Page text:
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Manifested increased demand for two popular models has prompted General Motors of Canada maintain open one of the two production lines at its plant in Oshawa assembly, Ontario for two years longer than expected.
The automaker announced Thursday that because of the projected demand for the Impala car and Equinox crossover, both Chevrolet chain consolidated Oshawa Production remain in activity until 2016.
The consolidated chain, which produces vehicles Impala and Equinox, was departing to be closed next summer.
GM has also its Oshawa complex a chain of flexible assembly that produces sports car Chevrolet Camaro, Buick Regal car and model Cadillac XTS.
A spokesman for GM, Adria MacKenzie, indicates that about 650 people worked to the consolidated chain. The continued activity thereof shall not give rise to a change in the number, she has precise.
"All changes made to the program are subject to market demand," he says MacKenzie.
This announcement is good news for an industry that has not been able to fully capitalize on the growing interest of consumers, while students of manufacturing costs and an unfavorable exchange rate grow production south of the Canadian border .
The Oshawa plant was close even though she won the silver award from JD Power for the quality of its assembly line, earlier this month.
Carlos Gomes, an economist and specialist in the automotive sector Scotiabank has estimated that the measure taken by GM reflected the overall industry consolidation.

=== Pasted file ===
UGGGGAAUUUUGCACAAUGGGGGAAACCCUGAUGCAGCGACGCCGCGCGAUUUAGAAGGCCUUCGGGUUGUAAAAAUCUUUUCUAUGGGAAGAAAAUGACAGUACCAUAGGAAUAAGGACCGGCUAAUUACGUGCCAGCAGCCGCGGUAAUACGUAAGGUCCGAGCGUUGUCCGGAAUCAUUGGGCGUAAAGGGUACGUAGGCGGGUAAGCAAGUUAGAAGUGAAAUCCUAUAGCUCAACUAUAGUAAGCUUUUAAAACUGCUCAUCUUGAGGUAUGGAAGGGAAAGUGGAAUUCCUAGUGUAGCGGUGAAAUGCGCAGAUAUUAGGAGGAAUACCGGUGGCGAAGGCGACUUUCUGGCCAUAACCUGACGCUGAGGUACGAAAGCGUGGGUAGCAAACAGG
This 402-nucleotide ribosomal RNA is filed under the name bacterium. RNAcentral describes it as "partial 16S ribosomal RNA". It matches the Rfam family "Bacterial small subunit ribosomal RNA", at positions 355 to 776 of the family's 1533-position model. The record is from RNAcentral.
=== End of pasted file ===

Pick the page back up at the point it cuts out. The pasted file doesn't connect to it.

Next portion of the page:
Canada will post record sales of vehicles this year, and the United States have so far achieved sales of approximately 15.5 million units or their best result since 2007, says Gomes.
"We will likely see continued gains in Canada and the greatness of North America," he has said.
"Nevertheless, Mexico is likely to pave the way because they will get several new plants in 2014. They should therefore register the strongest gains in production vehicles, the next year," he says Gomes.
Uniform, recently created from the merger of the Canadian Auto Workers and the Canadian Union of Communications, Energy and Paperworkers union, for its part contends that the decision of GM showed that the skills and performance of employees Oshawa justify the continuation of activities in this plant.
"By keeping production in the coming years, we have a chance to get another product there and keep the plant open longer," stated Ron Svajlenko, president of Local 222 of Uniformity, which represents workers in the factory.
"The workers in the factory have done an excellent job," he said.
by Romina Maurino
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